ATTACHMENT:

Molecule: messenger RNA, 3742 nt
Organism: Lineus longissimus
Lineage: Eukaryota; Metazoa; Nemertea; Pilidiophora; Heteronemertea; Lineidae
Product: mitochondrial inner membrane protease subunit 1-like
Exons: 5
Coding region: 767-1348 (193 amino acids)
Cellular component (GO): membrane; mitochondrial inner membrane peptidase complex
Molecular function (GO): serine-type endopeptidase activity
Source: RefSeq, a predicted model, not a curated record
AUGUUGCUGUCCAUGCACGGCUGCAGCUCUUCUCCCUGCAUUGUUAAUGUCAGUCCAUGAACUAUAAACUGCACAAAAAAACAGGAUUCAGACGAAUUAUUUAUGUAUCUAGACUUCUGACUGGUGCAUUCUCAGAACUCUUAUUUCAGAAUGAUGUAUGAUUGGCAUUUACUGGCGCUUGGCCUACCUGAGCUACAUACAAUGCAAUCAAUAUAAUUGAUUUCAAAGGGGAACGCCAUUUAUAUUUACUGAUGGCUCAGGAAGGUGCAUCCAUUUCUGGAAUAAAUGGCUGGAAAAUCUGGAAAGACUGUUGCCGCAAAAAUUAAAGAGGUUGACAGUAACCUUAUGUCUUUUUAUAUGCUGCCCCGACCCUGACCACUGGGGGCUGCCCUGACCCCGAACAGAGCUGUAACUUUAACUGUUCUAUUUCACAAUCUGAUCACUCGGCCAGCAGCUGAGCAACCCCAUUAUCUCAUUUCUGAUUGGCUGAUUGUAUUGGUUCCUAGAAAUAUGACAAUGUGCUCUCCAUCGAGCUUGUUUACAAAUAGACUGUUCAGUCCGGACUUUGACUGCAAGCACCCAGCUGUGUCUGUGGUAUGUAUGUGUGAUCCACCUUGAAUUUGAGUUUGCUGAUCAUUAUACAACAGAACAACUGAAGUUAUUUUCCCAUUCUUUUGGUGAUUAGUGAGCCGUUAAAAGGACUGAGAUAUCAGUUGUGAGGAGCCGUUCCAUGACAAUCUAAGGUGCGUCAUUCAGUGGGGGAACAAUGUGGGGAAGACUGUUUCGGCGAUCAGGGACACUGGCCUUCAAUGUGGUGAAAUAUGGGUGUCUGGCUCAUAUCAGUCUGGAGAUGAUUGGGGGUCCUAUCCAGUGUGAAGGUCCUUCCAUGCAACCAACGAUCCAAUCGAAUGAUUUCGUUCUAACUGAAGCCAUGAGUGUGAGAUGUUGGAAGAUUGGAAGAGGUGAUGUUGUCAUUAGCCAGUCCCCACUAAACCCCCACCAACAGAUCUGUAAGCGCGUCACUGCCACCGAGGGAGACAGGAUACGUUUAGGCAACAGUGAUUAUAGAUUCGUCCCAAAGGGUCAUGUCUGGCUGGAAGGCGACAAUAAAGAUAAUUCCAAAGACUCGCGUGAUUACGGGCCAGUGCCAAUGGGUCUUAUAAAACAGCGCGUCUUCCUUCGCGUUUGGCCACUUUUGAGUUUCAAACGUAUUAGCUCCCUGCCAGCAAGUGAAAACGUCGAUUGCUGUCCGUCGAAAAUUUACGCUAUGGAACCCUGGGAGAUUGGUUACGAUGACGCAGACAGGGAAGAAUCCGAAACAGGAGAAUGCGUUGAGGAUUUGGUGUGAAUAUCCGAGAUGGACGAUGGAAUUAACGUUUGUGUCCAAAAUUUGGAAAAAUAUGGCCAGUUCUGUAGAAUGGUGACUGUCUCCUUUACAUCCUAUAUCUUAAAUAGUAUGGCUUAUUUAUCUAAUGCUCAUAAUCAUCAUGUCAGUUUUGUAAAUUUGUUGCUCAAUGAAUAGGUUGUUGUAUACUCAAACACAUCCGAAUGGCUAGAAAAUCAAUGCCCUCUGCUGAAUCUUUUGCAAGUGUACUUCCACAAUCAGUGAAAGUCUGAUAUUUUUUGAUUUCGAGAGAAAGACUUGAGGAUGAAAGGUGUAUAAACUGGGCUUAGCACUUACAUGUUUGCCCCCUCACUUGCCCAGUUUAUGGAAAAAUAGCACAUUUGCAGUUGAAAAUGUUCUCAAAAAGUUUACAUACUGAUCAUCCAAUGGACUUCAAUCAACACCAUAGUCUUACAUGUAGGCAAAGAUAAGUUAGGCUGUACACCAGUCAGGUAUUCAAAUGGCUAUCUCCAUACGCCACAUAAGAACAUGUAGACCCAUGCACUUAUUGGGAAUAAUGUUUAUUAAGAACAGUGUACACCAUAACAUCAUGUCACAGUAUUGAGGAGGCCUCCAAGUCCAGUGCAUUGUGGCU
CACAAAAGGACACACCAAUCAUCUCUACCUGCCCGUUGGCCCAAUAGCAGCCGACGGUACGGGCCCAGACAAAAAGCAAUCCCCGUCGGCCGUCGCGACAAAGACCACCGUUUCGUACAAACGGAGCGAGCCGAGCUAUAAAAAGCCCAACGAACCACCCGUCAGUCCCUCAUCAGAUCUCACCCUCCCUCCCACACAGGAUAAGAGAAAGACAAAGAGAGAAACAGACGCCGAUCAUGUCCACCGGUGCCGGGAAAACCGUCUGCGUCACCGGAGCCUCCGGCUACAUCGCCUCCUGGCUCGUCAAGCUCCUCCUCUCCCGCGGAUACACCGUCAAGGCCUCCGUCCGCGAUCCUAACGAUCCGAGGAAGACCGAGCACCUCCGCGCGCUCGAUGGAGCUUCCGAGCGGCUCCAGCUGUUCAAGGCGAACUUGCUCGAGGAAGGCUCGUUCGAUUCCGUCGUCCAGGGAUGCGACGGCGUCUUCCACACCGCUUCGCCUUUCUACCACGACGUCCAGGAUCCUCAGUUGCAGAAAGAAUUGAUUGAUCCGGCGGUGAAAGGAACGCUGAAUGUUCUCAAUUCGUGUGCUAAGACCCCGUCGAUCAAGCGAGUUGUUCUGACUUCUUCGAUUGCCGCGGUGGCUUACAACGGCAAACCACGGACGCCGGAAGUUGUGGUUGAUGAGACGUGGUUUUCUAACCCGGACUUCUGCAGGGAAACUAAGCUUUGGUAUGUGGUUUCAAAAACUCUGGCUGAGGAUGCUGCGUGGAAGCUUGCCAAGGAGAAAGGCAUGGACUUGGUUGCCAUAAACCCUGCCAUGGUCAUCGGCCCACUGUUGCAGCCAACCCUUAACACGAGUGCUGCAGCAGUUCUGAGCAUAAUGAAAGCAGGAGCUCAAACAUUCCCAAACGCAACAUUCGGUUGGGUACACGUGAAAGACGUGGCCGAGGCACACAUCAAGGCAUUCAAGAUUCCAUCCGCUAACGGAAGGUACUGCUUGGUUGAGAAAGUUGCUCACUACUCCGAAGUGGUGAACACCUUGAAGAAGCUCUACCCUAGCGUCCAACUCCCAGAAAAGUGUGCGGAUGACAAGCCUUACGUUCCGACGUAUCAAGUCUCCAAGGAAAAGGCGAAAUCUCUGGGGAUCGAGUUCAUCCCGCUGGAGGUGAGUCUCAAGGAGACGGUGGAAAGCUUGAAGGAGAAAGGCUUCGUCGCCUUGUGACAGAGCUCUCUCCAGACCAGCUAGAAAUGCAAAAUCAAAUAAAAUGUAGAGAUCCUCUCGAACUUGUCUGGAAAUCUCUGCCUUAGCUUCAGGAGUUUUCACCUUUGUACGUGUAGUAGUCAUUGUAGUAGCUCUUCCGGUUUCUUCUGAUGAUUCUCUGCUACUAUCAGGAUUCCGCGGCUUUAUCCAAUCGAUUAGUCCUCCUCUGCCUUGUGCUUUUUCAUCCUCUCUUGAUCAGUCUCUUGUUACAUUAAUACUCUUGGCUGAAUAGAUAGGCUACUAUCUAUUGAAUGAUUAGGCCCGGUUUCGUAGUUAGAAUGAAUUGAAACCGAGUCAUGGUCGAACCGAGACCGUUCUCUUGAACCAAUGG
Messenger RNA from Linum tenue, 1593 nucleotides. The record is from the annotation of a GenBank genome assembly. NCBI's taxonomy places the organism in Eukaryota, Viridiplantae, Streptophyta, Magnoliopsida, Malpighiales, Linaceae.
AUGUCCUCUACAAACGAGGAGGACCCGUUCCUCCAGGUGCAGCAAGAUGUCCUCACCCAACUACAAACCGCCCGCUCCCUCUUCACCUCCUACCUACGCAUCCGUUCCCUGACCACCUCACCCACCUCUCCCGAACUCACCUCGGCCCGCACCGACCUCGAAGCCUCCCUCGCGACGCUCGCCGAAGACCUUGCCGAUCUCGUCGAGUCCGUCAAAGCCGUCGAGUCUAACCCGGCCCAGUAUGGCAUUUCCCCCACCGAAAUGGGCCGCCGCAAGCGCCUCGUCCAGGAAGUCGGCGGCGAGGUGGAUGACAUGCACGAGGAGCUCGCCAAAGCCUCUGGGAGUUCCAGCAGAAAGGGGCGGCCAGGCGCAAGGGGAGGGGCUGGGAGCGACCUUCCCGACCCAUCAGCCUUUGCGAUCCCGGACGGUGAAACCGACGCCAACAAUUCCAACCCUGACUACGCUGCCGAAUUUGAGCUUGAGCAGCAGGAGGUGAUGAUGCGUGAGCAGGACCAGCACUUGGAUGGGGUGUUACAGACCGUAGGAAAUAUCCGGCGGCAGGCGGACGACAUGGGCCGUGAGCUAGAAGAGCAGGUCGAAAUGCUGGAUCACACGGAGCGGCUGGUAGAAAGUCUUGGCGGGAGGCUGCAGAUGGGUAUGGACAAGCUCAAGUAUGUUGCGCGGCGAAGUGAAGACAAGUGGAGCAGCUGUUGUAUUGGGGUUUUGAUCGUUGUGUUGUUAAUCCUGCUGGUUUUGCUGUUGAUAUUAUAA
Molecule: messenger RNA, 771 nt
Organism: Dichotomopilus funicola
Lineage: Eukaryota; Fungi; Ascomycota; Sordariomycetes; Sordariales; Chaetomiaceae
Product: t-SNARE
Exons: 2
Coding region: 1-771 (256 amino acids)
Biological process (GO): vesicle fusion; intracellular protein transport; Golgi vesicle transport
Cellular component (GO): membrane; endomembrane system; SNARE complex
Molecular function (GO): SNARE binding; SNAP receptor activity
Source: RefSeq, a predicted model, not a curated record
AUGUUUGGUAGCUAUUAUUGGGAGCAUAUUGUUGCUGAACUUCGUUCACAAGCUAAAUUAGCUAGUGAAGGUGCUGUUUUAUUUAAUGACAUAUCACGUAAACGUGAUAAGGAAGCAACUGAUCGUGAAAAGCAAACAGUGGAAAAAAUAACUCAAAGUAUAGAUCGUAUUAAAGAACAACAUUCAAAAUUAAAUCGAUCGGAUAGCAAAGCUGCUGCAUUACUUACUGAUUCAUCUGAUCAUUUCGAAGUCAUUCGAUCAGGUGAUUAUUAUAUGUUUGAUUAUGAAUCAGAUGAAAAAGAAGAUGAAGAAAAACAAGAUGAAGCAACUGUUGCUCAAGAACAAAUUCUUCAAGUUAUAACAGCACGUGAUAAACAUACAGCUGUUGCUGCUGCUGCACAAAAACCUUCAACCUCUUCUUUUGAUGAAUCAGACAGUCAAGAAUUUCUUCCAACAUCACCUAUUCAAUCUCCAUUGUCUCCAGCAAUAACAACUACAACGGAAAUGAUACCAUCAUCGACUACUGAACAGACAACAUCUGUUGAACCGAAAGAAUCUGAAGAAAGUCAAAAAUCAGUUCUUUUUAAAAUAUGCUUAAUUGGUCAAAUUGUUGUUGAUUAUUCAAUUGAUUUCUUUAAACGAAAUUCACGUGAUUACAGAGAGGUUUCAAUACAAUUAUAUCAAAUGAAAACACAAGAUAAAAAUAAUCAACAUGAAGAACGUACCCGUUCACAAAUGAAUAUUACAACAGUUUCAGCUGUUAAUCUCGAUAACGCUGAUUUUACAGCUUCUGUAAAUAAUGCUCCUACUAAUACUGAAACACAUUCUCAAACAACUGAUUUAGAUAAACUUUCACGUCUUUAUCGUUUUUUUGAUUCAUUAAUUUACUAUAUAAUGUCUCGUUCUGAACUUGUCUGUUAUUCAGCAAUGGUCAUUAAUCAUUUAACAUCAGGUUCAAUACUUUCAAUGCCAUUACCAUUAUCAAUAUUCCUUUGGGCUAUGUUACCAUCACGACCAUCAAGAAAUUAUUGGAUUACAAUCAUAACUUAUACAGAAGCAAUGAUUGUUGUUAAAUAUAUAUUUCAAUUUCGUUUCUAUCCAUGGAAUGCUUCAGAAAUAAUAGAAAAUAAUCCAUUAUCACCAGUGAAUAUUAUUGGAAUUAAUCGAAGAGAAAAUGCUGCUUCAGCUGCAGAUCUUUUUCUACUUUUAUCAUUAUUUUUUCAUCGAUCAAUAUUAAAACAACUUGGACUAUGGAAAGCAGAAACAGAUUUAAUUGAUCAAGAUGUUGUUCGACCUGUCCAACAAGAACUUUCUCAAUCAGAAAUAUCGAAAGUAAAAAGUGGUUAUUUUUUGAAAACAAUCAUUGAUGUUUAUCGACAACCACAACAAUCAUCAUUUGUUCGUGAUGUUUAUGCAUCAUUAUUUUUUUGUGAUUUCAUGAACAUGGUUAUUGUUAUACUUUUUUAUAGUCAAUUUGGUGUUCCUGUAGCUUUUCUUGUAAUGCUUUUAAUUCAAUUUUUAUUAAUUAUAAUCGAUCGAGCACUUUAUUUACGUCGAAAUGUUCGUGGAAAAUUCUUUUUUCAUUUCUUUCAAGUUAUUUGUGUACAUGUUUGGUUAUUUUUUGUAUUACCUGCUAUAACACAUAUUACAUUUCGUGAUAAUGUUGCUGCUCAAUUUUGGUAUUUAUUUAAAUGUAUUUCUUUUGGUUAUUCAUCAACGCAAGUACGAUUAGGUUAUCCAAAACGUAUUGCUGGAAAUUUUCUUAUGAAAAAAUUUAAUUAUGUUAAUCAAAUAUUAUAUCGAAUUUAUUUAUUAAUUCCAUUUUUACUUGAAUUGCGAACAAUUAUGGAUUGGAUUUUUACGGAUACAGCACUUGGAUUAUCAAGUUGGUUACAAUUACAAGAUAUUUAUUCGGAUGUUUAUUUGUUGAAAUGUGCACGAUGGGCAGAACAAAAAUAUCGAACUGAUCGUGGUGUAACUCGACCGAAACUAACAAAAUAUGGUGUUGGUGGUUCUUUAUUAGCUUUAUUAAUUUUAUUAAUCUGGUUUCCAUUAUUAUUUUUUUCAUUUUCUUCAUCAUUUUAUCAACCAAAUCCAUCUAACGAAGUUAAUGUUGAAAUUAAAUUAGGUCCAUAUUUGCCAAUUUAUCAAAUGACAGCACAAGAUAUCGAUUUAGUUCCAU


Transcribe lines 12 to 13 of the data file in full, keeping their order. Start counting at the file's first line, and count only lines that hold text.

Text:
Messenger RNA from Linum tenue, 1593 nucleotides. The record is from the annotation of a GenBank genome assembly. NCBI's taxonomy places the organism in Eukaryota, Viridiplantae, Streptophyta, Magnoliopsida, Malpighiales, Linaceae.
AUGUCCUCUACAAACGAGGAGGACCCGUUCCUCCAGGUGCAGCAAGAUGUCCUCACCCAACUACAAACCGCCCGCUCCCUCUUCACCUCCUACCUACGCAUCCGUUCCCUGACCACCUCACCCACCUCUCCCGAACUCACCUCGGCCCGCACCGACCUCGAAGCCUCCCUCGCGACGCUCGCCGAAGACCUUGCCGAUCUCGUCGAGUCCGUCAAAGCCGUCGAGUCUAACCCGGCCCAGUAUGGCAUUUCCCCCACCGAAAUGGGCCGCCGCAAGCGCCUCGUCCAGGAAGUCGGCGGCGAGGUGGAUGACAUGCACGAGGAGCUCGCCAAAGCCUCUGGGAGUUCCAGCAGAAAGGGGCGGCCAGGCGCAAGGGGAGGGGCUGGGAGCGACCUUCCCGACCCAUCAGCCUUUGCGAUCCCGGACGGUGAAACCGACGCCAACAAUUCCAACCCUGACUACGCUGCCGAAUUUGAGCUUGAGCAGCAGGAGGUGAUGAUGCGUGAGCAGGACCAGCACUUGGAUGGGGUGUUACAGACCGUAGGAAAUAUCCGGCGGCAGGCGGACGACAUGGGCCGUGAGCUAGAAGAGCAGGUCGAAAUGCUGGAUCACACGGAGCGGCUGGUAGAAAGUCUUGGCGGGAGGCUGCAGAUGGGUAUGGACAAGCUCAAGUAUGUUGCGCGGCGAAGUGAAGACAAGUGGAGCAGCUGUUGUAUUGGGGUUUUGAUCGUUGUGUUGUUAAUCCUGCUGGUUUUGCUGUUGAUAUUAUAA